In addition to improving reliability by creating multiple points of redundant connectivity, the wireless mesh network expands BMS capability. The SmartMesh wireless network enables flexible placement of battery modules and improves battery SOC and SOH calculations. This is because additional data can be gathered from sensors installed in locations otherwise inhospitable to a wiring harness. SmartMesh also enables time-correlated measurements from each node, allowing for more precise data collection. Figure 4 shows a comparison of wired- and wireless-interconnected battery modules.

Figure 4. Battery monitoring interconnections comparison.

ADI is demonstrating the industry’s first wireless automotive BMS concept car, combining the LTC6811 battery stack monitor with ADI’s SmartMesh network technology in a BMW i3.2 This is a significant breakthrough that has the potential to improve reliability and reduce cost, weight, and wiring complexity for large multicell battery stacks for EV/HEV.

The Importance of an Accurate Measurement

Accuracy is an important feature for a BMS and it is critical for LiFePO4 batteries.3,4 To understand the importance of this feature, let’s consider the example in Figure 5. To prevent overcharge and discharge, the cells of the battery are kept between 10% and 90% of full capacity. In a 85 kWh battery, only 67.4 kWh are available for normal driving. If there is a measurement error of 5%, to continue to operate the battery safely, the cells must be kept between 15% and 85% of their capacity. The total available capacity has been reduced from 80% to 70%. If accuracy is improved to 1% (for LiFePO4 batteries 1 mV measurement error translates into 1% SOC error), the battery can be operated now between 11% and 89% of full capacity, with a gain of 8%. With the same battery and a more accurate BMS, automobile mileage per charge is increased.

Figure 5. Battery charge limits.

Circuit designers rely on data sheet specifications to estimate the accuracy of a cell measurement circuit. Other real-world effects often dominate the measurement error. Factors affecting the measurement accuracy are:

  • Initial tolerance
  • Temperature drift
  • Long-term drift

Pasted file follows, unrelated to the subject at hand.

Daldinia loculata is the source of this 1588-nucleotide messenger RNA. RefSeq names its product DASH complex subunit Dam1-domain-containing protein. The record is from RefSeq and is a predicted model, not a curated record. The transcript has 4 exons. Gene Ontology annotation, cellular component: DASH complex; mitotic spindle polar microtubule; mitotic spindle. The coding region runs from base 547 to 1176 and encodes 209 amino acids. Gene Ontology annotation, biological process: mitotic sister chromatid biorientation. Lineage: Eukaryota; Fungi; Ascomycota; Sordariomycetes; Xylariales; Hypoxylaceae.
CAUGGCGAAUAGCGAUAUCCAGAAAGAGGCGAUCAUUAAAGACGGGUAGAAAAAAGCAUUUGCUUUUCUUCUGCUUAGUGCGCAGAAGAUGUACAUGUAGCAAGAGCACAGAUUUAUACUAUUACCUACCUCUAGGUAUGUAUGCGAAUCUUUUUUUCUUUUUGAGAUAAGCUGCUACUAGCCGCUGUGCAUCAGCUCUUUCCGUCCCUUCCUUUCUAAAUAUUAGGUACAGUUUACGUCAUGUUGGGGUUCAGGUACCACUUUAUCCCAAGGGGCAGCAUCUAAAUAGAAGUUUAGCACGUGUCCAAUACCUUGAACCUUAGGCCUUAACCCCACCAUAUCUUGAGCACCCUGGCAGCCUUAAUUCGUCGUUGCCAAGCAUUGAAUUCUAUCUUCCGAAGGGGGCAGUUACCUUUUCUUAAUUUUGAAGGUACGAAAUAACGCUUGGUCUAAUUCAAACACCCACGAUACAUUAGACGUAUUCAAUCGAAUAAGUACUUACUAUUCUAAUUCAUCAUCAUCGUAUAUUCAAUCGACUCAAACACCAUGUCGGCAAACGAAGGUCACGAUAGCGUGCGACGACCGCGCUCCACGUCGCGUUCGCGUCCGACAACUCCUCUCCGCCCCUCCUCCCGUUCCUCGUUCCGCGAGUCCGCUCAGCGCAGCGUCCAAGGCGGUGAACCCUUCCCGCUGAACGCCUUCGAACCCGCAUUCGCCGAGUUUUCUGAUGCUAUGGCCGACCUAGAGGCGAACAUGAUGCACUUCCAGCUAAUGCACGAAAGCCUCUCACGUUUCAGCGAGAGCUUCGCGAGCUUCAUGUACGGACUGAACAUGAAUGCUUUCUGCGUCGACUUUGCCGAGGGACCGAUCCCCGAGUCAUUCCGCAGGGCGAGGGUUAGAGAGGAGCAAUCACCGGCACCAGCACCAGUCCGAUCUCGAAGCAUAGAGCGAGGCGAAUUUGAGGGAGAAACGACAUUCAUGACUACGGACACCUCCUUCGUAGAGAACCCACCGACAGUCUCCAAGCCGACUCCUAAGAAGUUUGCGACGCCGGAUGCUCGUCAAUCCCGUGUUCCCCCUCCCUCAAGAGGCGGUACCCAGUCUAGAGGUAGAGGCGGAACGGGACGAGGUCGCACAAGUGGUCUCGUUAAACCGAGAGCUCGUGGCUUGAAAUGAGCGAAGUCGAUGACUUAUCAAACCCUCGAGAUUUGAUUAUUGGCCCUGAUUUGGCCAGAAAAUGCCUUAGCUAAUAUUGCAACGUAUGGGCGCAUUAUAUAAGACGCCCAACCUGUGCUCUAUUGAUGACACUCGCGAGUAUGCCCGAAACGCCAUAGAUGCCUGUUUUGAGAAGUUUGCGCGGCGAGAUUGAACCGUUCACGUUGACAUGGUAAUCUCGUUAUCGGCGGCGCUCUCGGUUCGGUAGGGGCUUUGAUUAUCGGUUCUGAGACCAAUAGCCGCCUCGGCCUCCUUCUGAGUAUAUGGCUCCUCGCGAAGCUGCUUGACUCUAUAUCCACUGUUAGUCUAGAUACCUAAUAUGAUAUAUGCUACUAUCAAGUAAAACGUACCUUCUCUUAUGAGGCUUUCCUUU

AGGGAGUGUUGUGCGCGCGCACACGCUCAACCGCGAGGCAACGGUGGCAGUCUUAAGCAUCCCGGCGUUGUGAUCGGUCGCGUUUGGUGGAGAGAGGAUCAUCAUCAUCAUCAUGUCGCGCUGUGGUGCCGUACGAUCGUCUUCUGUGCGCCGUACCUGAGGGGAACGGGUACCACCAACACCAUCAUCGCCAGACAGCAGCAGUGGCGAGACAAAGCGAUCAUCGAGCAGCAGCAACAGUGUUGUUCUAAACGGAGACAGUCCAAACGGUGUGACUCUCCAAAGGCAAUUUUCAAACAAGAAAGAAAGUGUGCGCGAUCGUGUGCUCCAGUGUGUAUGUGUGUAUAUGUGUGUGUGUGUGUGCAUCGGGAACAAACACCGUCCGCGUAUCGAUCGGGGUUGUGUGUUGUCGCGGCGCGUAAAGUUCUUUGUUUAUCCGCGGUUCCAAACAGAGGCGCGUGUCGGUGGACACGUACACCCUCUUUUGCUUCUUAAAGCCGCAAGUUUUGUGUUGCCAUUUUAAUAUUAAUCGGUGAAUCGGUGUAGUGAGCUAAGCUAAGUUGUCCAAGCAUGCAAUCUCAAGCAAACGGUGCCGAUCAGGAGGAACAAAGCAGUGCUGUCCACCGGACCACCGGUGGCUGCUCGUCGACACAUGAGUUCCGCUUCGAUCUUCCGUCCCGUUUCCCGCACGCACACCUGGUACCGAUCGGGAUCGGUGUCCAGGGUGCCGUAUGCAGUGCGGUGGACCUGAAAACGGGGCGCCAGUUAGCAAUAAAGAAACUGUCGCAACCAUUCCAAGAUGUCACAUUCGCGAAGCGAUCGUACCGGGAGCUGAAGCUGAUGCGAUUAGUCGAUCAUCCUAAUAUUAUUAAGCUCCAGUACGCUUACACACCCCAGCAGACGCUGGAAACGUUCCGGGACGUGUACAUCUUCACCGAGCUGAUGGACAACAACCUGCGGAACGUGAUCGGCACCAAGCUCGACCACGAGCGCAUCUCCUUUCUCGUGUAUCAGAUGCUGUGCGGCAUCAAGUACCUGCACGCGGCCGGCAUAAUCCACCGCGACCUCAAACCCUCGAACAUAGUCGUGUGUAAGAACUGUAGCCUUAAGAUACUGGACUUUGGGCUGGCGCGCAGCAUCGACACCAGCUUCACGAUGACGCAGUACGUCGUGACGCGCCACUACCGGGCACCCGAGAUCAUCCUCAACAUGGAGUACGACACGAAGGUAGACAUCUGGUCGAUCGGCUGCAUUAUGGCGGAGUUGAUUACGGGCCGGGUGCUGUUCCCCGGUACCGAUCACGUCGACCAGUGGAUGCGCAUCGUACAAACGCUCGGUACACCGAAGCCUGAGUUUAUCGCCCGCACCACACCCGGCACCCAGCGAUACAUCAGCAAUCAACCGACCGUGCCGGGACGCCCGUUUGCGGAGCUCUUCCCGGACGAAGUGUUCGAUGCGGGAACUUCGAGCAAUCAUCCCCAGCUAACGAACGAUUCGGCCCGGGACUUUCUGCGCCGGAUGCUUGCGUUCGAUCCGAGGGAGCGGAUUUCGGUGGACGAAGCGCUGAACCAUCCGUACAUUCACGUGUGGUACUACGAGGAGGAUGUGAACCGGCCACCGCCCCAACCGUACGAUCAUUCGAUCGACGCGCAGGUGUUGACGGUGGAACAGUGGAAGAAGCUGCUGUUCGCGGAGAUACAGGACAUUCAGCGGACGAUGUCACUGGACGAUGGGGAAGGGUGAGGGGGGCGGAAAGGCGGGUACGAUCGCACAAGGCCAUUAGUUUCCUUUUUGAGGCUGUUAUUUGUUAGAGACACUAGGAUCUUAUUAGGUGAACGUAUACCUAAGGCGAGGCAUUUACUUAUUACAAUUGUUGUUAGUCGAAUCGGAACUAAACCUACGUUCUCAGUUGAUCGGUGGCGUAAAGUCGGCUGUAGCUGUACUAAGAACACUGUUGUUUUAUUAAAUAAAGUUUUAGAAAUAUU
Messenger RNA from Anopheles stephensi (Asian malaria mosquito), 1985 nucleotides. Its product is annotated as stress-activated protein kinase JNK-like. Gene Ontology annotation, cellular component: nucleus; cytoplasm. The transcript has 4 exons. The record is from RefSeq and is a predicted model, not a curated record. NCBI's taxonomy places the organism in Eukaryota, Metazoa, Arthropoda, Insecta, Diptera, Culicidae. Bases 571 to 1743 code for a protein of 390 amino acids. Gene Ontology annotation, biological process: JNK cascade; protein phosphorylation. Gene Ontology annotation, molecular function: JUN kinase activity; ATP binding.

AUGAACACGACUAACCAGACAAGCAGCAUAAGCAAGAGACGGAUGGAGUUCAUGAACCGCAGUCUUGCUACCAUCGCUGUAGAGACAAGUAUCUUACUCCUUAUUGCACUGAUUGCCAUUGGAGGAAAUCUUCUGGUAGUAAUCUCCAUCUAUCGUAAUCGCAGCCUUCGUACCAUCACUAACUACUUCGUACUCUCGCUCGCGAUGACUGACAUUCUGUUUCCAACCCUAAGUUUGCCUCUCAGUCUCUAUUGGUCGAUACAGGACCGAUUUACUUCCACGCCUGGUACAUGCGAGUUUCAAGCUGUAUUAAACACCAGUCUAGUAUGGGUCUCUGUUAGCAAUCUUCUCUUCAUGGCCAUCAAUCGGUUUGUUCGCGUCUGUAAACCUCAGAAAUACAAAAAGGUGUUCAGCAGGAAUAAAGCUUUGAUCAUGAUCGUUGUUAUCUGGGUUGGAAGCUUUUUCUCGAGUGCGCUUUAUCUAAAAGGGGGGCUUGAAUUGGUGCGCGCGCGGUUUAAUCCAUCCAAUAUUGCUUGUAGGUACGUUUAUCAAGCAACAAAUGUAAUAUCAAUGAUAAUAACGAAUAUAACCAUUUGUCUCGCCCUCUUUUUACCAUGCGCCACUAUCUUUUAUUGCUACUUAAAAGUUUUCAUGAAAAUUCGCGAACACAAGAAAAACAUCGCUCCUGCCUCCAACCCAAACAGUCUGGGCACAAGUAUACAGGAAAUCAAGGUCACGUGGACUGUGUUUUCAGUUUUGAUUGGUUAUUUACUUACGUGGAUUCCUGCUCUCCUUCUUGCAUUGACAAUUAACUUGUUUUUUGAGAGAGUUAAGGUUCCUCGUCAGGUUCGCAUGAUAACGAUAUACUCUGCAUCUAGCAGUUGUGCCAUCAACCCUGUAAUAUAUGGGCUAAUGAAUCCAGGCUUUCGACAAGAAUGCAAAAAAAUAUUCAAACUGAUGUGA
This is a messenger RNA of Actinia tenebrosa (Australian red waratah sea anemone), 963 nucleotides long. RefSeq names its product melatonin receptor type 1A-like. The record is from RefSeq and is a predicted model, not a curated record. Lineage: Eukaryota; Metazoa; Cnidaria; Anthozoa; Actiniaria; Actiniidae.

• Humidity
  • PCB assembly stress
  • Noise rejection

A good technology must take into account all of these factors in order to deliver very high performance. Measurement accuracy of the IC is primarily limited by the voltage reference. Voltage references are sensitive to the mechanical stress. Thermal cycling during PCB soldering stresses silicon. Humidity is another cause of silicon stress as water is absorbed in the package. Silicon stress relaxes over time, leading to long term drift of the voltage reference.

Battery measurement ICs use either a band gap voltage reference or a Zener voltage reference. IC designers use an NPN emitter-base junction operating in reverse breakdown as a Zener reference. Breakdown occurs at the surface of the die, where the effects of contamination and oxide charge are most pronounced. These junctions are noisy and suffer from unpredictable short- and long-term drift. The buried Zener places the junction below the surface of the silicon, well away from contamination and oxide effects. The result is a Zener with excellent long-term stability, low noise, and relatively accurate initial tolerance. For that reason, Zener references are far superior for mitigating real world effects over time.

The LTC68xx family uses a laboratory grade Zener reference, a technology ADI has perfected over 30 years. Figure 6 shows the drift over temperature of the battery measurement IC error for five typical units. The drift in the full automotive range of –40°C to +125°C is less than 1 mV.

Figure 6. LTC6811 measurement error vs. temperature.